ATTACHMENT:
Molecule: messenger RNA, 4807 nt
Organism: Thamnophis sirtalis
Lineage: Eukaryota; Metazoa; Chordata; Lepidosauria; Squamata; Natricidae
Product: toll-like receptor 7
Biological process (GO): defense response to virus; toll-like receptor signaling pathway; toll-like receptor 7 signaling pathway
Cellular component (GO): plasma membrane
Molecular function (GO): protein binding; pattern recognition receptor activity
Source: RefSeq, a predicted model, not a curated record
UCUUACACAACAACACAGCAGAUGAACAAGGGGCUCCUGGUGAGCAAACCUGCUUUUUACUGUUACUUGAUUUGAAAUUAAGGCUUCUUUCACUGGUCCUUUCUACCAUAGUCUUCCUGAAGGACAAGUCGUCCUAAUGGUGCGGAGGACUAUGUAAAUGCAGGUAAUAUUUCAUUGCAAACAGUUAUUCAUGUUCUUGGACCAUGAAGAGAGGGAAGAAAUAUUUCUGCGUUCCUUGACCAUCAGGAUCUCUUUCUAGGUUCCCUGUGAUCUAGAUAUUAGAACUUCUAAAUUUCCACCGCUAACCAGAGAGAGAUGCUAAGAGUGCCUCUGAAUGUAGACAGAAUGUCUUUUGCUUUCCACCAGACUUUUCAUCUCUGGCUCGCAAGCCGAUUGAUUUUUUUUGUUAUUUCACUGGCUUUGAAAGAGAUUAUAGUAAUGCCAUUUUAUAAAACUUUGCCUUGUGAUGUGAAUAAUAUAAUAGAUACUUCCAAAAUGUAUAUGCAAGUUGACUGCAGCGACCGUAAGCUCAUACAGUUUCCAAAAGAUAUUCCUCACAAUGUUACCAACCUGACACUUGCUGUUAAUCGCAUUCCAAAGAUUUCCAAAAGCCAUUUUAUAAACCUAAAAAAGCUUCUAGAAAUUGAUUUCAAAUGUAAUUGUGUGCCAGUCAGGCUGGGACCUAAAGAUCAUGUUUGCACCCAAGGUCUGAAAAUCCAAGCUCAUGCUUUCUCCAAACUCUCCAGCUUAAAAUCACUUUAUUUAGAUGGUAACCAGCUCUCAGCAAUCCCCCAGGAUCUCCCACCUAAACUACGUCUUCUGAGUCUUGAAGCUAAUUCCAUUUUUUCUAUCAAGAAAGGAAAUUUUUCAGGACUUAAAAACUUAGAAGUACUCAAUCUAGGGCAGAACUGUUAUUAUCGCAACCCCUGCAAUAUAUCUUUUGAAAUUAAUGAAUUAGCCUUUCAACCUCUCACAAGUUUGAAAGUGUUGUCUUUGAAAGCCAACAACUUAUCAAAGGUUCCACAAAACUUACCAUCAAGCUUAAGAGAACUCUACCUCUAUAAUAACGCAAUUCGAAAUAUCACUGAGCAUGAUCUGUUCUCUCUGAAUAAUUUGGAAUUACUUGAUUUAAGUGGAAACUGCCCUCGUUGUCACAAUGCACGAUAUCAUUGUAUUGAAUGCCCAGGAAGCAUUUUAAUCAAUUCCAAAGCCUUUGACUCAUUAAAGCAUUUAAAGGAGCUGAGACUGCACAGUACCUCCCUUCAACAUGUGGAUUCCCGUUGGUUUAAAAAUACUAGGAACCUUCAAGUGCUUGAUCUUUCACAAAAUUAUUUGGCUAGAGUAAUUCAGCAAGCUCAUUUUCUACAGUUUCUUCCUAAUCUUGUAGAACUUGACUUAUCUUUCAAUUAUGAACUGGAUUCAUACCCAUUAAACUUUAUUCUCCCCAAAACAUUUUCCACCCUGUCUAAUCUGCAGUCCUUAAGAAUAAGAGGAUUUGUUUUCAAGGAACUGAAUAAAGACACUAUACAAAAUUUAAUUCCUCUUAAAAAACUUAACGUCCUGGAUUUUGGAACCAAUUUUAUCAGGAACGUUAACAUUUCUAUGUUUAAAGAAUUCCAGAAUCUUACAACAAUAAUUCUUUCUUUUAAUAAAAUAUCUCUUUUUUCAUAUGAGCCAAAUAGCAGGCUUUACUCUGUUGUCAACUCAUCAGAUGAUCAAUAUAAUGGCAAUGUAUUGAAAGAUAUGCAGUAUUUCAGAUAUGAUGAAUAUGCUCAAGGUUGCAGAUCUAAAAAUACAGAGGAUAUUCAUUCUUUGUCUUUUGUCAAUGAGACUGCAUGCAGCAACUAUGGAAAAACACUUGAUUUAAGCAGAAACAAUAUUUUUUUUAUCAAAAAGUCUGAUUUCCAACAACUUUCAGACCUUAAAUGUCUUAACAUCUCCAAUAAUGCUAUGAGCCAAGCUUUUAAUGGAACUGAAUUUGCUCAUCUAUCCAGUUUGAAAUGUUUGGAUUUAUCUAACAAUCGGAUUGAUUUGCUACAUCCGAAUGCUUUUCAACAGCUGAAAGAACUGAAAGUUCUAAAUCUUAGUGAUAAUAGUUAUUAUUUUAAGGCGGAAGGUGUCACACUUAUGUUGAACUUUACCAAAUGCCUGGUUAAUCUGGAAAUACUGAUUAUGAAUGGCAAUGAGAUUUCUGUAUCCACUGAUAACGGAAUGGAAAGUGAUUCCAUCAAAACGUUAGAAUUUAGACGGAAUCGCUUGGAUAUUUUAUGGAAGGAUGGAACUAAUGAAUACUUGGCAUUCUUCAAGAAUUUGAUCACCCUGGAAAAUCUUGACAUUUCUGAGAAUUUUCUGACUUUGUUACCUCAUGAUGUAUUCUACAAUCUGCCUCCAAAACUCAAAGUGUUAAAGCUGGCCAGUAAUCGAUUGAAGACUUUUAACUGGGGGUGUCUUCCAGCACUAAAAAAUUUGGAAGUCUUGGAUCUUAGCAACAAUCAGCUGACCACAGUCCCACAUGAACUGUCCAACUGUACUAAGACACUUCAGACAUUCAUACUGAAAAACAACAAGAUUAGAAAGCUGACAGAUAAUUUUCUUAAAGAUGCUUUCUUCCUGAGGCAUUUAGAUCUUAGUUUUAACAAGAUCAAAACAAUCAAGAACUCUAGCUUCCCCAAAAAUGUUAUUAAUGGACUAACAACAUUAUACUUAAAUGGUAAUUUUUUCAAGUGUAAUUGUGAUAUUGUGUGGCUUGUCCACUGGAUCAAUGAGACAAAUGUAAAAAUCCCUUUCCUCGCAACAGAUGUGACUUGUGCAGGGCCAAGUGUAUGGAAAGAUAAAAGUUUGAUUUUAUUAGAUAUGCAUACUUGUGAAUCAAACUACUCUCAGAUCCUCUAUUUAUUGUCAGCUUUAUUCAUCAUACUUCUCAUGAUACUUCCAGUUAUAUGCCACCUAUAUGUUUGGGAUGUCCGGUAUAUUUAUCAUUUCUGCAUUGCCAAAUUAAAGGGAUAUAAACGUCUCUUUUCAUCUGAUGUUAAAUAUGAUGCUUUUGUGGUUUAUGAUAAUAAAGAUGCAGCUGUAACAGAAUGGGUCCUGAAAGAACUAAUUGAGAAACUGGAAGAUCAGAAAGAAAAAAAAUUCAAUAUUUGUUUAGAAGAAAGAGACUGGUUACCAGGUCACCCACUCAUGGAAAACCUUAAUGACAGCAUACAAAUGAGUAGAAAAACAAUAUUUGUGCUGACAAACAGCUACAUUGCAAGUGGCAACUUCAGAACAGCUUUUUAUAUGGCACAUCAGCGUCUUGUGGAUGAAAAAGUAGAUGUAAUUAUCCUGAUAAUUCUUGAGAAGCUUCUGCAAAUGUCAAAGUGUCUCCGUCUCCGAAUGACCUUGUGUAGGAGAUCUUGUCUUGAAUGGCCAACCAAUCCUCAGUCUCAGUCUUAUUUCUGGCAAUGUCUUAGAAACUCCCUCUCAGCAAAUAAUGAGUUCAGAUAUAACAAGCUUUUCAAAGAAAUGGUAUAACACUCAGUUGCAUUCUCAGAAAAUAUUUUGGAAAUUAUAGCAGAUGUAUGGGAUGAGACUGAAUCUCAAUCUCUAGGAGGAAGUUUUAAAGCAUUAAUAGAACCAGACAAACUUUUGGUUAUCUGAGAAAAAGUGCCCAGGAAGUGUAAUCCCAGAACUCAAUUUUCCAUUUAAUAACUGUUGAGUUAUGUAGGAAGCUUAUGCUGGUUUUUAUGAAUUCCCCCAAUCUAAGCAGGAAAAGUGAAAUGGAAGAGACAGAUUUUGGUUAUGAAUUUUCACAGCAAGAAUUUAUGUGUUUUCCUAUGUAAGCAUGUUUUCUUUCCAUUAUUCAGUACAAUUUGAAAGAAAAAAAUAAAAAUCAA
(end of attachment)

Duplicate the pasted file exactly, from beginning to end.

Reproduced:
Molecule: messenger RNA, 4807 nt
Organism: Thamnophis sirtalis
Lineage: Eukaryota; Metazoa; Chordata; Lepidosauria; Squamata; Natricidae
Product: toll-like receptor 7
Biological process (GO): defense response to virus; toll-like receptor signaling pathway; toll-like receptor 7 signaling pathway
Cellular component (GO): plasma membrane
Molecular function (GO): protein binding; pattern recognition receptor activity
Source: RefSeq, a predicted model, not a curated record
UCUUACACAACAACACAGCAGAUGAACAAGGGGCUCCUGGUGAGCAAACCUGCUUUUUACUGUUACUUGAUUUGAAAUUAAGGCUUCUUUCACUGGUCCUUUCUACCAUAGUCUUCCUGAAGGACAAGUCGUCCUAAUGGUGCGGAGGACUAUGUAAAUGCAGGUAAUAUUUCAUUGCAAACAGUUAUUCAUGUUCUUGGACCAUGAAGAGAGGGAAGAAAUAUUUCUGCGUUCCUUGACCAUCAGGAUCUCUUUCUAGGUUCCCUGUGAUCUAGAUAUUAGAACUUCUAAAUUUCCACCGCUAACCAGAGAGAGAUGCUAAGAGUGCCUCUGAAUGUAGACAGAAUGUCUUUUGCUUUCCACCAGACUUUUCAUCUCUGGCUCGCAAGCCGAUUGAUUUUUUUUGUUAUUUCACUGGCUUUGAAAGAGAUUAUAGUAAUGCCAUUUUAUAAAACUUUGCCUUGUGAUGUGAAUAAUAUAAUAGAUACUUCCAAAAUGUAUAUGCAAGUUGACUGCAGCGACCGUAAGCUCAUACAGUUUCCAAAAGAUAUUCCUCACAAUGUUACCAACCUGACACUUGCUGUUAAUCGCAUUCCAAAGAUUUCCAAAAGCCAUUUUAUAAACCUAAAAAAGCUUCUAGAAAUUGAUUUCAAAUGUAAUUGUGUGCCAGUCAGGCUGGGACCUAAAGAUCAUGUUUGCACCCAAGGUCUGAAAAUCCAAGCUCAUGCUUUCUCCAAACUCUCCAGCUUAAAAUCACUUUAUUUAGAUGGUAACCAGCUCUCAGCAAUCCCCCAGGAUCUCCCACCUAAACUACGUCUUCUGAGUCUUGAAGCUAAUUCCAUUUUUUCUAUCAAGAAAGGAAAUUUUUCAGGACUUAAAAACUUAGAAGUACUCAAUCUAGGGCAGAACUGUUAUUAUCGCAACCCCUGCAAUAUAUCUUUUGAAAUUAAUGAAUUAGCCUUUCAACCUCUCACAAGUUUGAAAGUGUUGUCUUUGAAAGCCAACAACUUAUCAAAGGUUCCACAAAACUUACCAUCAAGCUUAAGAGAACUCUACCUCUAUAAUAACGCAAUUCGAAAUAUCACUGAGCAUGAUCUGUUCUCUCUGAAUAAUUUGGAAUUACUUGAUUUAAGUGGAAACUGCCCUCGUUGUCACAAUGCACGAUAUCAUUGUAUUGAAUGCCCAGGAAGCAUUUUAAUCAAUUCCAAAGCCUUUGACUCAUUAAAGCAUUUAAAGGAGCUGAGACUGCACAGUACCUCCCUUCAACAUGUGGAUUCCCGUUGGUUUAAAAAUACUAGGAACCUUCAAGUGCUUGAUCUUUCACAAAAUUAUUUGGCUAGAGUAAUUCAGCAAGCUCAUUUUCUACAGUUUCUUCCUAAUCUUGUAGAACUUGACUUAUCUUUCAAUUAUGAACUGGAUUCAUACCCAUUAAACUUUAUUCUCCCCAAAACAUUUUCCACCCUGUCUAAUCUGCAGUCCUUAAGAAUAAGAGGAUUUGUUUUCAAGGAACUGAAUAAAGACACUAUACAAAAUUUAAUUCCUCUUAAAAAACUUAACGUCCUGGAUUUUGGAACCAAUUUUAUCAGGAACGUUAACAUUUCUAUGUUUAAAGAAUUCCAGAAUCUUACAACAAUAAUUCUUUCUUUUAAUAAAAUAUCUCUUUUUUCAUAUGAGCCAAAUAGCAGGCUUUACUCUGUUGUCAACUCAUCAGAUGAUCAAUAUAAUGGCAAUGUAUUGAAAGAUAUGCAGUAUUUCAGAUAUGAUGAAUAUGCUCAAGGUUGCAGAUCUAAAAAUACAGAGGAUAUUCAUUCUUUGUCUUUUGUCAAUGAGACUGCAUGCAGCAACUAUGGAAAAACACUUGAUUUAAGCAGAAACAAUAUUUUUUUUAUCAAAAAGUCUGAUUUCCAACAACUUUCAGACCUUAAAUGUCUUAACAUCUCCAAUAAUGCUAUGAGCCAAGCUUUUAAUGGAACUGAAUUUGCUCAUCUAUCCAGUUUGAAAUGUUUGGAUUUAUCUAACAAUCGGAUUGAUUUGCUACAUCCGAAUGCUUUUCAACAGCUGAAAGAACUGAAAGUUCUAAAUCUUAGUGAUAAUAGUUAUUAUUUUAAGGCGGAAGGUGUCACACUUAUGUUGAACUUUACCAAAUGCCUGGUUAAUCUGGAAAUACUGAUUAUGAAUGGCAAUGAGAUUUCUGUAUCCACUGAUAACGGAAUGGAAAGUGAUUCCAUCAAAACGUUAGAAUUUAGACGGAAUCGCUUGGAUAUUUUAUGGAAGGAUGGAACUAAUGAAUACUUGGCAUUCUUCAAGAAUUUGAUCACCCUGGAAAAUCUUGACAUUUCUGAGAAUUUUCUGACUUUGUUACCUCAUGAUGUAUUCUACAAUCUGCCUCCAAAACUCAAAGUGUUAAAGCUGGCCAGUAAUCGAUUGAAGACUUUUAACUGGGGGUGUCUUCCAGCACUAAAAAAUUUGGAAGUCUUGGAUCUUAGCAACAAUCAGCUGACCACAGUCCCACAUGAACUGUCCAACUGUACUAAGACACUUCAGACAUUCAUACUGAAAAACAACAAGAUUAGAAAGCUGACAGAUAAUUUUCUUAAAGAUGCUUUCUUCCUGAGGCAUUUAGAUCUUAGUUUUAACAAGAUCAAAACAAUCAAGAACUCUAGCUUCCCCAAAAAUGUUAUUAAUGGACUAACAACAUUAUACUUAAAUGGUAAUUUUUUCAAGUGUAAUUGUGAUAUUGUGUGGCUUGUCCACUGGAUCAAUGAGACAAAUGUAAAAAUCCCUUUCCUCGCAACAGAUGUGACUUGUGCAGGGCCAAGUGUAUGGAAAGAUAAAAGUUUGAUUUUAUUAGAUAUGCAUACUUGUGAAUCAAACUACUCUCAGAUCCUCUAUUUAUUGUCAGCUUUAUUCAUCAUACUUCUCAUGAUACUUCCAGUUAUAUGCCACCUAUAUGUUUGGGAUGUCCGGUAUAUUUAUCAUUUCUGCAUUGCCAAAUUAAAGGGAUAUAAACGUCUCUUUUCAUCUGAUGUUAAAUAUGAUGCUUUUGUGGUUUAUGAUAAUAAAGAUGCAGCUGUAACAGAAUGGGUCCUGAAAGAACUAAUUGAGAAACUGGAAGAUCAGAAAGAAAAAAAAUUCAAUAUUUGUUUAGAAGAAAGAGACUGGUUACCAGGUCACCCACUCAUGGAAAACCUUAAUGACAGCAUACAAAUGAGUAGAAAAACAAUAUUUGUGCUGACAAACAGCUACAUUGCAAGUGGCAACUUCAGAACAGCUUUUUAUAUGGCACAUCAGCGUCUUGUGGAUGAAAAAGUAGAUGUAAUUAUCCUGAUAAUUCUUGAGAAGCUUCUGCAAAUGUCAAAGUGUCUCCGUCUCCGAAUGACCUUGUGUAGGAGAUCUUGUCUUGAAUGGCCAACCAAUCCUCAGUCUCAGUCUUAUUUCUGGCAAUGUCUUAGAAACUCCCUCUCAGCAAAUAAUGAGUUCAGAUAUAACAAGCUUUUCAAAGAAAUGGUAUAACACUCAGUUGCAUUCUCAGAAAAUAUUUUGGAAAUUAUAGCAGAUGUAUGGGAUGAGACUGAAUCUCAAUCUCUAGGAGGAAGUUUUAAAGCAUUAAUAGAACCAGACAAACUUUUGGUUAUCUGAGAAAAAGUGCCCAGGAAGUGUAAUCCCAGAACUCAAUUUUCCAUUUAAUAACUGUUGAGUUAUGUAGGAAGCUUAUGCUGGUUUUUAUGAAUUCCCCCAAUCUAAGCAGGAAAAGUGAAAUGGAAGAGACAGAUUUUGGUUAUGAAUUUUCACAGCAAGAAUUUAUGUGUUUUCCUAUGUAAGCAUGUUUUCUUUCCAUUAUUCAGUACAAUUUGAAAGAAAAAAAUAAAAAUCAA